Category Archives: In the run up

National Indexing Day – 30th March 2023

The Society of Indexers is holding an afternoon online conference for anyone who needs to know more about working with book indexers. The programme and booking details are here. But we’ll be covering the following:

  • The case for indexes and human indexers
  • Finding a professional indexer
  • Briefing the indexer
  • Reviewing and checking the index
  • Indexing new and updated editions
  • Further resources and workshops
  • Q&A

National Indexing Day was established in March 2017 to commemorate the diamond anniversary of the founding of the Society of Indexers. Since then, celebrations of indexing have taken place at live events, online and in the media. Indexers, authors and publishers have joined in enthusiastically to salute these ‘unsung heroes of the publishing world’, in Sam Leith’s words in The Guardian. This year we will be celebrating with a online event for publishers, as well as online across social media.

The date marks the anniversary of the founding of the Society, which was formally constituted at the premises of the National Book League in London on 30 March 1957 by G. Norman Knight and colleagues. The Society of Indexers is the only autonomous professional body for indexers in the United Kingdom and Ireland and is associated with other indexing organisations around the world. Its aims are to promote indexing, the quality of indexes and the profession of indexing. Membership includes specialist indexers across the UK, working for authors and publishers in more than a hundred different subjects, from accountancy to zoology.

Archaeology, indexing of – or why, in this technological age you still need an index in a book about archaeology

On another page this site tells you that I index books on archaeology and history. My educational and professional background is in archaeology, although I’ve done lots of other things. I’m still interested in the field and I love all the public outreach broadcasting such as ‘Digging for Britain’, an excellent programme that has improved this year by including more about new techniques for extracting information from the ground, from artefacts and bones. There’s something for everyone in archaeological publishing, from introductory books for the general reader or undergraduate student through to site reports, academic monographs, collections of papers and society journals.

So, why the need for a blog about indexing archaeological books? Why do we need an index? What about searchable pdfs, aren’t they good enough?

As it says on the Society of Indexers’ website “An index is an ‘ordered arrangement of entries … designed to enable users to locate information in a document  …” The ordering is usually alphabetical, as we all know what that means, even if we have to sing the song under our breath to get round all the letters. There are two main types of alphabetical ordering that indexers use, word-by-word and letter-by-letter, but we need not detain ourselves with the distinction at this point. But note that some publishers prefer one over the other.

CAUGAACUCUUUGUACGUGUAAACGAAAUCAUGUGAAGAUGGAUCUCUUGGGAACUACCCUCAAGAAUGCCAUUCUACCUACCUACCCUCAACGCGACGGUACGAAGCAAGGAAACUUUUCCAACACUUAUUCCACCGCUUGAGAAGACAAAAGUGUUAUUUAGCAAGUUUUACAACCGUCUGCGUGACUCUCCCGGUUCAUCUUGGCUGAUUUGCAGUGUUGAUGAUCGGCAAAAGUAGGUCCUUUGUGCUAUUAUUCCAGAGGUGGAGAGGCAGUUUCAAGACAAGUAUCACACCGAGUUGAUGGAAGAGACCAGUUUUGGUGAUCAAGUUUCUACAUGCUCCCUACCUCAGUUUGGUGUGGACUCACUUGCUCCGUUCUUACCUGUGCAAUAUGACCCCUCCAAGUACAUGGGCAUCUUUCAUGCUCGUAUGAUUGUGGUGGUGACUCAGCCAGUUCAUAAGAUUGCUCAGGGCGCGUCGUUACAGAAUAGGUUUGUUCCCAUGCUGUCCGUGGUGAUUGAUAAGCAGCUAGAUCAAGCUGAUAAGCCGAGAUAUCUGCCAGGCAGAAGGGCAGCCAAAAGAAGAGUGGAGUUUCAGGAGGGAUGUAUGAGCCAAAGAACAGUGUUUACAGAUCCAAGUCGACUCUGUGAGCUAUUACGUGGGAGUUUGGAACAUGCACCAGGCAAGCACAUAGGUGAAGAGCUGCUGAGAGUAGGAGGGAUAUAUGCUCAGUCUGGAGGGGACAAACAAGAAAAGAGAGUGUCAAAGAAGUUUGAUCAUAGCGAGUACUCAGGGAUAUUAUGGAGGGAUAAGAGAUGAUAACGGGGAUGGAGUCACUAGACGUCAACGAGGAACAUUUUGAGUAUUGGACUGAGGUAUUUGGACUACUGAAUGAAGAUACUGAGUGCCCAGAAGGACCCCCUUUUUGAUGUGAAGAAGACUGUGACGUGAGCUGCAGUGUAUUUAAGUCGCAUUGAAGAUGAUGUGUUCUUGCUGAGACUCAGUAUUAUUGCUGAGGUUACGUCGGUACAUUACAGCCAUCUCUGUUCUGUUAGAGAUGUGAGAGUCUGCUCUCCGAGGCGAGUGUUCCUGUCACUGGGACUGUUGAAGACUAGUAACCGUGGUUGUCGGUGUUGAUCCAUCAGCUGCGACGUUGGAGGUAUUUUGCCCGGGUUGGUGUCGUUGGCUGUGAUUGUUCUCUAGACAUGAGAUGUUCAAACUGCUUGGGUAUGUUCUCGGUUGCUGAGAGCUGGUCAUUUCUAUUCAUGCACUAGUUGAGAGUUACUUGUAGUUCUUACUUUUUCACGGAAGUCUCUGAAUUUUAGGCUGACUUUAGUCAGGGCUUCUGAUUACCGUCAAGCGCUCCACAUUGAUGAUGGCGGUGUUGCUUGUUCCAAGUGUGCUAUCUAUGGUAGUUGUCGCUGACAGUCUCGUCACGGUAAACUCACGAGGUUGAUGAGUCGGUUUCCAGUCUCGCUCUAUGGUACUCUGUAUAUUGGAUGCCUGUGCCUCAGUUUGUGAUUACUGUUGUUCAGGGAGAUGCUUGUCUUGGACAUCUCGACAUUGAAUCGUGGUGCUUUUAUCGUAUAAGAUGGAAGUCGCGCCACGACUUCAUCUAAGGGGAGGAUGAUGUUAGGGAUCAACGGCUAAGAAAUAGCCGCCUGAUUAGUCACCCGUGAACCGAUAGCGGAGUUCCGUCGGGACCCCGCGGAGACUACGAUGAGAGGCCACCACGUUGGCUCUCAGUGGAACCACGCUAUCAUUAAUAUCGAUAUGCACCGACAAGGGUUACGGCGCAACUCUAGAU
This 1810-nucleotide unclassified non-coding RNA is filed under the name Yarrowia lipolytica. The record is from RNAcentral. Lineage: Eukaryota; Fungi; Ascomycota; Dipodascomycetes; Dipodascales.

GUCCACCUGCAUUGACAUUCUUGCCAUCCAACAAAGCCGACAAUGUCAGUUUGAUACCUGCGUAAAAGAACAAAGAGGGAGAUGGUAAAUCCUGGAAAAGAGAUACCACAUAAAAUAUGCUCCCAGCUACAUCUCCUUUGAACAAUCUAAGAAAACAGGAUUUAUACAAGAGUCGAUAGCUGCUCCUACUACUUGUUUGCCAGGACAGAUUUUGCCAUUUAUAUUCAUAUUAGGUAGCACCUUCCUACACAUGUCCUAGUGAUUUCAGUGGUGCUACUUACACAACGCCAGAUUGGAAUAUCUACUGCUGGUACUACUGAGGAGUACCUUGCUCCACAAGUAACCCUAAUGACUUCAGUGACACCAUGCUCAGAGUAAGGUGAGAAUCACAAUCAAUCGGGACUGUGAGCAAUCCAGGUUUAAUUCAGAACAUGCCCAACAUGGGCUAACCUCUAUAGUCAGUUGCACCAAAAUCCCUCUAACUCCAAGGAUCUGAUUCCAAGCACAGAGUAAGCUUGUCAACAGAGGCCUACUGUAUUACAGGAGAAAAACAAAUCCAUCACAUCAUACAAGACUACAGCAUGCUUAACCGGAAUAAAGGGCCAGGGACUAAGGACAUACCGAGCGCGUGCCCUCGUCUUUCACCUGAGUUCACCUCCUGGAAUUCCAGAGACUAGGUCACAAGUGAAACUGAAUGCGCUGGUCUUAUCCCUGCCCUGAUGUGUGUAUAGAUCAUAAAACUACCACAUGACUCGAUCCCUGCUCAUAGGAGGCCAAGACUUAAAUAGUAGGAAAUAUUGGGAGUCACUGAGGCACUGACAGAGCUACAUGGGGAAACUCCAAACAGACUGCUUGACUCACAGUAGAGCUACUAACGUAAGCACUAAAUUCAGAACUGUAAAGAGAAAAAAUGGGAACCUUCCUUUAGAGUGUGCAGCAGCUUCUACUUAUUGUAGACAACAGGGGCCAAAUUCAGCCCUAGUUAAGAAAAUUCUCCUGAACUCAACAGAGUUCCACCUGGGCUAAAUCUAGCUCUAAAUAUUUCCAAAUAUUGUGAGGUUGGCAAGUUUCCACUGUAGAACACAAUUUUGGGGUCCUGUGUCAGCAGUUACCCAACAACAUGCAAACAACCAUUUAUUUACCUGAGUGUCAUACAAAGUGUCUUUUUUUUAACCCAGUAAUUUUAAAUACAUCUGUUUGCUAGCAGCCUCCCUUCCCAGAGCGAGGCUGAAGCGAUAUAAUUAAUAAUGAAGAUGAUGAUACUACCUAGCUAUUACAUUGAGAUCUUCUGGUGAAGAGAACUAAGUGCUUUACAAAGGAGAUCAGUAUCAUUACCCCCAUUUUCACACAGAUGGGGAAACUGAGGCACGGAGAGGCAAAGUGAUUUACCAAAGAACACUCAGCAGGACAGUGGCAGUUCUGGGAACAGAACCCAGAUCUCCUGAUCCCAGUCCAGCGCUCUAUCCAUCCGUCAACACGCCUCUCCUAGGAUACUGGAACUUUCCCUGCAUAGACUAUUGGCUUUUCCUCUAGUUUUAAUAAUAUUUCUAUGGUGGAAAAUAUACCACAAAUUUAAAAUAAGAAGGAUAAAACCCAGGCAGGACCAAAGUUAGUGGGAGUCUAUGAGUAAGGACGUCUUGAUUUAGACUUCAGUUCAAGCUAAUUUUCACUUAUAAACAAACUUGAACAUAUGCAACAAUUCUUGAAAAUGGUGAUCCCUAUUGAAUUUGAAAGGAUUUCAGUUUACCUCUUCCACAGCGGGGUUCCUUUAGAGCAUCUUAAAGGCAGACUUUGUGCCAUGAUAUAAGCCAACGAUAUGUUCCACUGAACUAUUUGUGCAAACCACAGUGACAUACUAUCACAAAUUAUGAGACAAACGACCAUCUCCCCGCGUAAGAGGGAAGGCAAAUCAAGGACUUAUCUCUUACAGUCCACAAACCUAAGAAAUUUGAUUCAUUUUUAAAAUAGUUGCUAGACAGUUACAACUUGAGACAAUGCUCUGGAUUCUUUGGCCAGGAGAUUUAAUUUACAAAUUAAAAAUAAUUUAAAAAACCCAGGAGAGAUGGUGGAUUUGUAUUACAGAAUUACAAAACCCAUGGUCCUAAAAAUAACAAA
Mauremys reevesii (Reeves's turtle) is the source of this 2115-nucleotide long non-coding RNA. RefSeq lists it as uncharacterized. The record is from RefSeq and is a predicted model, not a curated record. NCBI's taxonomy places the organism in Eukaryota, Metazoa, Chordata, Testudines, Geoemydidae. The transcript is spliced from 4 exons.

Entries for archaeological books partly depend on the type of book and the readership it is aimed at.

  • Excavation reports are typically laid out in a standard way that introduces the site, the features, the finds, the plant and faunal remains, human remains if there were any, dating and other scientific techniques, and some discussion that puts the site into context. If you are reading an excavation report you are looking for specific information about what was found, what date it was and what the interpretation was. An index will have headings all of those things. But it can do more because it can answer questions such as ‘What pottery was found in the pits on the western side?’ or ‘Which house had evidence for fabric production?’. By summarising the finds and other other evidence under the feature headings, the indexer can show the reader at a glance what came from where. Questions about artefactual evidence can be quickly summarised under material type headings – ‘Was there any gold?’, ‘Were there any swords?’, ‘What were the swords made of?’ Entries might be – copper alloy: sword, gold: ring, iron: spear; ring: gold, spear: iron, sword: copper alloy. Or ‘Was there any jewellery?’, ‘Was there evidence for textile manufacturing?’ Entries might be – jewellery: beads, rings, textile production: needles, spindle-whorls, beads: glass, gold, rings: copper alloy, needles: bone, copper alloy, iron, spindle-whorls: ceramic, shale.
  • Monographs give the author the opportunity to look in depth at a particular site type, period, place, artefactual or environmental evidence. The author will have drawn together a lot of comparative data. The questions a reader might ask are probably centred around ‘What does the author say about x?’ The indexer has the chance to atomise that discussion into the relevant categories of evidence, the technological methods used to study them and the comparative examples given, in fact to show what the author has done with their time and research budget.
  • Collections of papers can be tightly focussed on the subject, or more general in their scope. The challenge for the indexer is to highlight papers which are more closely related in their choice of subject, at the same time indicating the scope of the collection, whether geographical, temporal, technological or methodological.
  • Society journals can contain a fascinating mix of papers in each edition. Individual volumes can be indexed or a cumulative index covering a longer period can be created. Both present indexers with a challenge because the level of detail being selected for the terms is often more generic than with excavation reports, monographs or collections of papers. Readers want to know quickly whether some place, site type or artefact is covered, as well as if there is anything relevant to the period they interested in.